Send the link below via email or IMCopy
Present to your audienceStart remote presentation
- Invited audience members will follow you as you navigate and present
- People invited to a presentation do not need a Prezi account
- This link expires 10 minutes after you close the presentation
- A maximum of 30 users can follow your presentation
- Learn more about this feature in our knowledge base article
Do you really want to delete this prezi?
Neither you, nor the coeditors you shared it with will be able to recover it again.
Make your likes visible on Facebook?
You can change this under Settings & Account at any time.
Transcript of Food
What Did the Poor (Peasants) Eat?
What Did the Rich (Monarchs and Lords) Eat?
How Did These Diets Affect People's Health?
Food in the Middle Ages
Bread, made primarily of barley and rye, beer, and gruel (oat, wheat, or rye flower boiled with milk or water) had a dominant place in the diets of the peasants
Peasants ate only two meals, one in the afternoon and one at night
Peasants were constantly in a state of hunger
Maslin, a mixed flour of wheat and rye, was made into fine bread that most of the rich ate
Nutrition was pretty bad during these times.A lot of their diet consisted of grains. But they valued the products of their animals more.
Rice, a food considered a luxury, was brought into royal and rich homes from Spain and North Africa. (The rice was usually grounded into flour and used as dainty food for the sick.)
As part of a peasants job, they brought wheat to the miller to be milled and had a tax deducted. To avoid this, many peasants ground their own at home into low-grade porridge
Miranda, Olivia, Nicky, and Judah
Peasants ate cabbage, often turned into sauerkraut, as an everyday food. This was about the extent of the vegetables eaten in their diet because doctors believed they were not healthy.
Dried fave beans and chickpeas also had a prominent place in the diet of peasants and monks alike
The diet really was determined by if you were rich or poor. As mentioned before, the poor had a less variety, while on the other hand, the rich had enough money to buy different foods. Splitting the diets into two parts: What the rich and the poor ate.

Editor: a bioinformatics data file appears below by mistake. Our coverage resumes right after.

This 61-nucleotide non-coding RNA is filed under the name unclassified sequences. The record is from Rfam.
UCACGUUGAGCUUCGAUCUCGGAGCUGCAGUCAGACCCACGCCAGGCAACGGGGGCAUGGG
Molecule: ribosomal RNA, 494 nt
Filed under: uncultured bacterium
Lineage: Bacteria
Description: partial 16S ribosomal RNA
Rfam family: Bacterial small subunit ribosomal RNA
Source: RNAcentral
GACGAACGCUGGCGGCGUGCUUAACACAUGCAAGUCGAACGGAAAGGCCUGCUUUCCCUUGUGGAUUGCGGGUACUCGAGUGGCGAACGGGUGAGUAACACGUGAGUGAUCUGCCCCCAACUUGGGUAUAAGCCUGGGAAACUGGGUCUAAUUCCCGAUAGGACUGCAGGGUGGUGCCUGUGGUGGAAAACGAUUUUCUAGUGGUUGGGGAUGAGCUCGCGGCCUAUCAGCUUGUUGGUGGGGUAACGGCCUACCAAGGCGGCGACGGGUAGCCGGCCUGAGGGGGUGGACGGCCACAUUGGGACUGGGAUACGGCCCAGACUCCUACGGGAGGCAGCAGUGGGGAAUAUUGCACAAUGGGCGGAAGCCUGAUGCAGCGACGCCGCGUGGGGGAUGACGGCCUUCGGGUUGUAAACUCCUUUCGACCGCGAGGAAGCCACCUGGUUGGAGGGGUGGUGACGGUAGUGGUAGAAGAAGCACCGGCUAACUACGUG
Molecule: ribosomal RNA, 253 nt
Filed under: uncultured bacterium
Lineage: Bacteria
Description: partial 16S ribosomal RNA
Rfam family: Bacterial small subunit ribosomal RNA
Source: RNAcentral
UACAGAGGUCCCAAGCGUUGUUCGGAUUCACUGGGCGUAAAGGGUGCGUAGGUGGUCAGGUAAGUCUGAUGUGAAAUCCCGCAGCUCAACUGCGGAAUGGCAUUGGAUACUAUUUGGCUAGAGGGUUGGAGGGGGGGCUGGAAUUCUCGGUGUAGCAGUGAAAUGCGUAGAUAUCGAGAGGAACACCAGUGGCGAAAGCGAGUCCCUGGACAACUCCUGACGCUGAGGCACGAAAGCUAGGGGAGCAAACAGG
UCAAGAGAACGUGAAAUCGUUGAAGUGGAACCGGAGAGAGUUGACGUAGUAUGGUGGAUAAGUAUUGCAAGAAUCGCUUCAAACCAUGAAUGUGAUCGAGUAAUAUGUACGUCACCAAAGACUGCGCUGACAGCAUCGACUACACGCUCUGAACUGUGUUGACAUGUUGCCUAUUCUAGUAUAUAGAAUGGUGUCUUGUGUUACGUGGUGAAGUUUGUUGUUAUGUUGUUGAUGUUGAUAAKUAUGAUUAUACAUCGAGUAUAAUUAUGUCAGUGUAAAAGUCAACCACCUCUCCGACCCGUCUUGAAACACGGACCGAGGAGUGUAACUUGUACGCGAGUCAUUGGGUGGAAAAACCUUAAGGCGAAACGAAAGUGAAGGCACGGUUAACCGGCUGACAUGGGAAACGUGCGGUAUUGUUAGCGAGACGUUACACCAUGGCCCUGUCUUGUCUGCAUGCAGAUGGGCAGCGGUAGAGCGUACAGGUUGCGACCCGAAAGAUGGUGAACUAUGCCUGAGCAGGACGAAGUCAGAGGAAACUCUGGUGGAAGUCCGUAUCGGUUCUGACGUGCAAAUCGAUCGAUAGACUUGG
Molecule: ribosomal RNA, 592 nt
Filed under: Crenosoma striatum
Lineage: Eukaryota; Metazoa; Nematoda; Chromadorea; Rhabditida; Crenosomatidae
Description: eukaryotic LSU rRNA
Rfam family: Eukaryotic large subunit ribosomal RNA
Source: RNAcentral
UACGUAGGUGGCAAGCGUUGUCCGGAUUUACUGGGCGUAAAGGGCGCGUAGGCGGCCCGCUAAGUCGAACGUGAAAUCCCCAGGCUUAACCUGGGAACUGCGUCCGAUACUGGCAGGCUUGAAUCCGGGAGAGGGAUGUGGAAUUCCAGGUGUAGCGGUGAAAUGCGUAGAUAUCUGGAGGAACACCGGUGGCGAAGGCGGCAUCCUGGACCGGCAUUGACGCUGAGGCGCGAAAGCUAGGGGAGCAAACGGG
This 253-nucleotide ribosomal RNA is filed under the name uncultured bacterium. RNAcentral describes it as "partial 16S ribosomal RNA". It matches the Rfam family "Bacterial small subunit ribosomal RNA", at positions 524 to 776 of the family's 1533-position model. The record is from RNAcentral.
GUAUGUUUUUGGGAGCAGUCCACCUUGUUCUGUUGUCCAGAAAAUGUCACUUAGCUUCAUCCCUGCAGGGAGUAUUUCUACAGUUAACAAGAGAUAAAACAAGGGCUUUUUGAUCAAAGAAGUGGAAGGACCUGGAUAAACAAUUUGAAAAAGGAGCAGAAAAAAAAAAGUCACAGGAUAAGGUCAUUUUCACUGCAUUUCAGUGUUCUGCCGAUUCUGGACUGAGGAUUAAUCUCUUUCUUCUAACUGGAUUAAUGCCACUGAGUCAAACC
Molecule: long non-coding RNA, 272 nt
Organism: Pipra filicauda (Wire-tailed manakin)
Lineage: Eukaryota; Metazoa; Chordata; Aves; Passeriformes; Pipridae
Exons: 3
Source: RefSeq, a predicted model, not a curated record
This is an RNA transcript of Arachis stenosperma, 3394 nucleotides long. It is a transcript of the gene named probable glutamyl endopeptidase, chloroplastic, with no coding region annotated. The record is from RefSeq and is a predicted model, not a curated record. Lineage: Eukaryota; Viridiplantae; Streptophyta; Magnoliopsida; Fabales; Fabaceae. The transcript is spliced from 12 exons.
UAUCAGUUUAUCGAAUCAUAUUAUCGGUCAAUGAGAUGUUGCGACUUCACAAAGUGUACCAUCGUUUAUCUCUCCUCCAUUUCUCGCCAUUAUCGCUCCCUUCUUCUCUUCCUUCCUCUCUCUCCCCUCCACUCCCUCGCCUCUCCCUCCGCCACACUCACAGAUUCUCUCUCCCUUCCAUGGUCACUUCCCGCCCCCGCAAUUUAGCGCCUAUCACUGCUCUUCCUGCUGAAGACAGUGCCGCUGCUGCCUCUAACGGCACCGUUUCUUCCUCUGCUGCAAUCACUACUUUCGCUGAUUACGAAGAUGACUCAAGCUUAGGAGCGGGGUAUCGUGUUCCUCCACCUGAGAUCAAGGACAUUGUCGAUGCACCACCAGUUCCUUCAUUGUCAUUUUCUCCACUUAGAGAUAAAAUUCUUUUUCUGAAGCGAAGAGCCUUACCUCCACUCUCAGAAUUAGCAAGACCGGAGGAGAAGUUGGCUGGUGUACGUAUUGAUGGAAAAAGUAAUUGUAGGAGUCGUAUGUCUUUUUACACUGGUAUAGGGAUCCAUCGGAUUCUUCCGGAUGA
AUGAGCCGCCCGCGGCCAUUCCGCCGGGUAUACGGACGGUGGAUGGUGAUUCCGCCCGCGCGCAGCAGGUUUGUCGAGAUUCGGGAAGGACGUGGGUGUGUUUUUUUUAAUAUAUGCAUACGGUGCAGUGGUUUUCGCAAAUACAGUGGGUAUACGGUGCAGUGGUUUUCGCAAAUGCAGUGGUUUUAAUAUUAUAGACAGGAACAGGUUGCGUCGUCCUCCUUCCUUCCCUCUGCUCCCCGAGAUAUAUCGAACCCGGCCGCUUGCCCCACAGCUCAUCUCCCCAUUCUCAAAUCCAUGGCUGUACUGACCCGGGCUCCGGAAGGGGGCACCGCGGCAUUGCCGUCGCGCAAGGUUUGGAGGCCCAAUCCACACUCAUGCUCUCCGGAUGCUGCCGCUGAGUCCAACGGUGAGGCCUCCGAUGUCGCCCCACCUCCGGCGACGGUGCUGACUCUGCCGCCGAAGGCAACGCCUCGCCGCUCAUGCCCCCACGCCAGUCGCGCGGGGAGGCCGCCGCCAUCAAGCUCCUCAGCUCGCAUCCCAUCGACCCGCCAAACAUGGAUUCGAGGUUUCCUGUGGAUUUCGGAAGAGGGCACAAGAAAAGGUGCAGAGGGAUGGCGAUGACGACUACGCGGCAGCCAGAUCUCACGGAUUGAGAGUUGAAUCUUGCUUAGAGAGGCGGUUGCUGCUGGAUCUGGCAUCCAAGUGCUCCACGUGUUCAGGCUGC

Sugared figs were a common dessert eaten by nobles and royals.
Fruit also had a place in the diet of peasants, but the fruit was not as sweet or large as today's fruits
Citrus foods were commonly eaten by the rich. (Pomegranates, oranges, and lemons especially.)
The Diet for the Rich
Diet for the poor
Peasants raised pigs because they were easy to tend to as well as some cows; from cows they would use the milk for dairy and then eat the meat
The rich tried their best to stay away from beef, as it seemed too common and not luxurious enough for them to eat.
The diet for the poor was not good. Considering the fact that they were always hungry, they could not be picky of what they ate and how it benefited or harmed them. Being hungry all the time affected their health too.
Almonds were extremely aristocratic nuts. They were pressed to make almond milk, oil, and crushed to make marzipan. (The first candy ever made.)
A typical peasant meal
The diet of a peasant usually consisted of what was cheap and accessible, like things they could grow themselves
How do these diets compare to a modern fast-food meal?
Modern Fast Food Diet
Meat was the best source of protein for everyone. Sadly the poor were poor and they could not obtain the nutrients that comes with eating meat.
Typical Peasant Diet
Lack of refrigeration was harmful to their diet when they were saving something. They had to store it in fat, salt it, or smoke it.
Concequences included Higher fat, salt or carcinogen levels
The rich had more food due to the fact that they are rich and could afford to eat more. Unlike the poor, the rich didn't starve. This already shows that the rich had a better diet than the poor.
Unlike the poor, the rich had access to citrus fruits. These fruits were high in vitamin C. This helped the diet for the rich to be more well rounded other than the poor who ate anything they could.
Pearson, Kathy L. "Nutrition and the Medieval Diet." In